Before a transaction will be accepted by the network, it must be signed with at least one key. In the most basic case, the transaction only needs to be signed by the source account. This is done by calling .sign(KeyPair).

sourceval transaction = Transaction(account, timeBounds = Unbounded, maxFee = NativeAmount(100)).add(operation)
val signedTransaction: SignedTransaction = transaction.sign(sourceKey.publicKey)

It may be that the source account has been modified to require more than one signature. Or, as mentioned earlier, one or more of the operations may affect other accounts. In either of these cases, the transaction will not be valid until it has received all necessary signatures.

sourceval transaction = Transaction(jointAccount, timeBounds = Unbounded, maxFee = NativeAmount(100)).add(operation)
val signedTransaction: SignedTransaction = transaction.sign(aliceKey, bobKey)

Additionally, a transaction will fail if it has too many signatures.

Finally, a transaction may be signed with any arbitrary byte array in order to match a hash signer. See Hash(x) signing for a summary.


Once a transaction is signed (and therefore is of type SignedTransaction) it can be submitted to the network.

sourceval transaction = Transaction(account, timeBounds = Unbounded, maxFee = NativeAmount(100)).add(operation).sign(sourceKey)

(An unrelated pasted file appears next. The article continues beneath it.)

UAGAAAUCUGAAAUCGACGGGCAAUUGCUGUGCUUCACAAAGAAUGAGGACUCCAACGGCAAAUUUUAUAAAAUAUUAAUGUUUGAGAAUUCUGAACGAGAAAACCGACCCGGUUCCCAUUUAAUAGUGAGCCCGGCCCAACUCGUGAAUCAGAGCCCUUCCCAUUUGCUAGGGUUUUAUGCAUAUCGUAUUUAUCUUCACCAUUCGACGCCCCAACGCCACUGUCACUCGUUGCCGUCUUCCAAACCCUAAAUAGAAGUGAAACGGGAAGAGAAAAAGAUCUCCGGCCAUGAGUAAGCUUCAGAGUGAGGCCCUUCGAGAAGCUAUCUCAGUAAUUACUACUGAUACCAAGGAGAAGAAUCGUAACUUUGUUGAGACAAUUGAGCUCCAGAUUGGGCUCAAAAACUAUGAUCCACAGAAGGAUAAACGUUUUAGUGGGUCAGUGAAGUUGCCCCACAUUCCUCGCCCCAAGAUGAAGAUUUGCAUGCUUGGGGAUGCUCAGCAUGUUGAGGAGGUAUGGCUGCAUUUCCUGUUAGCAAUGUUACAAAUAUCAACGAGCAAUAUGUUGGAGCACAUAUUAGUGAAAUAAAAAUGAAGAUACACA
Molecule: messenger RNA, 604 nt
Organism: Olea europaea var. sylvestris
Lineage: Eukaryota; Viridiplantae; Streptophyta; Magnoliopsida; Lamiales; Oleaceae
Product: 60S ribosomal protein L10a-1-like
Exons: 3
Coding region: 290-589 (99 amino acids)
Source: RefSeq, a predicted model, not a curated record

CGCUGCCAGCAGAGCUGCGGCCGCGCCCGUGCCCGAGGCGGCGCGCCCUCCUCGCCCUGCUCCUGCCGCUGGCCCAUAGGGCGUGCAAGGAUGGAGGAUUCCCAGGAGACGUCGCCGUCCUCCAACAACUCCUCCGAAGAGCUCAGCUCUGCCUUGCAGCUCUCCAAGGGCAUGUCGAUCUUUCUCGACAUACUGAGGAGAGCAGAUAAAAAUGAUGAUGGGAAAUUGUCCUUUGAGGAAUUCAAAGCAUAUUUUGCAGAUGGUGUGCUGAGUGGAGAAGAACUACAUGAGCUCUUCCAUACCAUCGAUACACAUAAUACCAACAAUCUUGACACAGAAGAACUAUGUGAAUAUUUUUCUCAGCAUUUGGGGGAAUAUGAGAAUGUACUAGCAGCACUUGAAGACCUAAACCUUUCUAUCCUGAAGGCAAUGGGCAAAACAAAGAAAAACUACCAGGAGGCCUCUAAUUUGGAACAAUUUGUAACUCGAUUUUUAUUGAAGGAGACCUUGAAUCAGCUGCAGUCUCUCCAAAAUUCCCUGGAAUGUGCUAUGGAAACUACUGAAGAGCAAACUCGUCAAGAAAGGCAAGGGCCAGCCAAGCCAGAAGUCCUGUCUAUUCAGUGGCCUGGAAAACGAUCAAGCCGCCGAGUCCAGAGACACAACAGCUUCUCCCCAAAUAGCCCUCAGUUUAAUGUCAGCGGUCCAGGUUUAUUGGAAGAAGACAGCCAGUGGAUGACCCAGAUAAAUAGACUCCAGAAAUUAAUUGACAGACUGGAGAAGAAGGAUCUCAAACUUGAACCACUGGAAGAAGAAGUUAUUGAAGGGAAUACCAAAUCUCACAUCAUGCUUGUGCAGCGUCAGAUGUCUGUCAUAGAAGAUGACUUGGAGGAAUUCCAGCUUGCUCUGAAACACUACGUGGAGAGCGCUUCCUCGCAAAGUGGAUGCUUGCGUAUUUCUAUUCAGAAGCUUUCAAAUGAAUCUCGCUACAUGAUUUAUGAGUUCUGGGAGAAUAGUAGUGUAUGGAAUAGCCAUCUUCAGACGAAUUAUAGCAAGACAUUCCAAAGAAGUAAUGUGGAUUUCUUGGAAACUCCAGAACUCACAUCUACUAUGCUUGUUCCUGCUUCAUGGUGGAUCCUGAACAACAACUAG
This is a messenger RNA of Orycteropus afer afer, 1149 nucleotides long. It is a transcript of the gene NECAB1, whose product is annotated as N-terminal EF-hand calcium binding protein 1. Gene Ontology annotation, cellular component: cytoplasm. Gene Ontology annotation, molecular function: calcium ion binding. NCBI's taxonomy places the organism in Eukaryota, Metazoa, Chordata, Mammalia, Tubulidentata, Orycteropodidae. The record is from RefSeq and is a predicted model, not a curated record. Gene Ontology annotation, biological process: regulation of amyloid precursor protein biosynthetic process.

val response: Future[TransactionPostResponse] = transaction.submit()

The eventual resulting contains metadata about the processed transaction, including the full results encoded as XDR. Additionally, the XDR can be decoded on the fly by calling the relevant convenience methods.

sourceTransaction(account, timeBounds = Unbounded, maxFee = NativeAmount(100)).add(operation).sign(sourceKey).submit().foreach {
  case ok: TransactionApproved => println(ok.feeCharged)
  case ko => println(ko)


Transactions can be serialized to a base64-encoding of their XDR form. This is a strictly-defined format for transactions that is compatible across all supporting Stellar libraries and tooling. Given this, it is possible to save and load transaction state via XDR strings.

// txn mustEqual Transaction.decodeXdr(txn.xdr) // txn.xdr.encode() mustEqual ByteString.decodeBase64(txn.encodeXdrString) val encoded: String = txn.encodeXdrString val decoded: Transaction = Transaction.decodeXdrString(encoded) decoded must beEquivalentTo(txn)

Transactions with signatures are a different data structure (signatures are included in an envelope along with the transaction) and need to be decoded via a similar method on SignedTransaction.

sourceval encoded: String = signedTxn.encodeXDR
val decoded: SignedTransaction = SignedTransaction.decodeXDR(encoded)
decoded must beEquivalentTo(signedTxn)

Meta Data

All transaction post and history responses include an XDR payload that describes the effects that the transaction had on the ledger. The field resultMetaXDR is the base64-encoded XDR payload. The method ledgerEntries will decode the payload into an instance of .

Similarly, the ledger effect of the fees is made available via the feeMetaXDR field and the feeLedgerEntries method.

Continue reading to learn how to obtain historical data from network via Queries.